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Blame It on the WTO?
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Table of Contents

Introduction 1: Introducing the WTO and International Human Rights Regimes 2: The Relationship between the WTO and International Human Rights Law 3: The Democratic Deficit and the WTO 4: 'Human Rights' Restrictions on Trade 5: The WTO, Poverty, and Development 6: The WTO and the Right to Food 7: TRIPS and the Right to Health 8: The Doha Round and Other Free Trade Initiatives 9: Extraterritorial Duties Owed by Rich States to the People of Poor States 10: Proposals for Reform and Conclusion

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Part of the OAPEN-UK project

About the Author

Sarah Joseph is a Professor of Human Rights Law, and the Director of the Castan Centre for Human Rights Law at Monash University in Melbourne. She has numerous publications on human rights, in areas such as the International Covenant on Civil and Political Rights, corporations and human rights, terrorism and human rights, self-determination, and now global trade and human rights. She is also an expert on Australian constitutional law, having co-written a leading text on that issue. She has taught human rights in many settings, both international and local, for over 15 years.

Reviews

[A]nyone interested in the interplay between the WTO and human rights would do well to consult this very eloquently written text. * Md. Rizwanul Islam, Journal of World Trade *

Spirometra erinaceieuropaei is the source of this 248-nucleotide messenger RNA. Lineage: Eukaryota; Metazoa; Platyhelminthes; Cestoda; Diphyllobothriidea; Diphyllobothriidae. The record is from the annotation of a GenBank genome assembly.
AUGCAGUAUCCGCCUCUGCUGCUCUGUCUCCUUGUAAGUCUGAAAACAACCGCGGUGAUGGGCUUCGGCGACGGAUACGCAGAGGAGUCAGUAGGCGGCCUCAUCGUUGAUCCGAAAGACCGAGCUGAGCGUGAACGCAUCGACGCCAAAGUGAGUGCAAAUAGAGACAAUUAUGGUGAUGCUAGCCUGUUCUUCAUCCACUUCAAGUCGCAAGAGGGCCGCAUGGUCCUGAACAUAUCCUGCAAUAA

Joseph succeeds in offering a book that serves to educate human rights lawyers and trade lawyers about each other's respective field. She takes great pains to offer a balanced view, open to both the positive and negative influences from the WTO on international human rights as a matter of law as well as practice. For those interested in examining the impact of the WTO on human rights, this is a very good starting point. * Gregory Messenger, European Human Rights Law Review *
This is an intriguing and immaculately well-presented book that deals with a controversial topic that is frequently either totally ignored or given very little attention...this fine book will go some way to providing some positive and productive discussion which can lead to some important reforms. * Andrew Campbell, International Journal of Human Rights *
This is a very interesting and scholarly work that systematically and thoroughly analyses the validity of the main human rights concerns regarding the law and practice created by the World Trade Organisation (WTO), its underlying free trade theory as well as the (not always compliant) practice of its members. * Polona Florijancic, International Human Rights Law Review *

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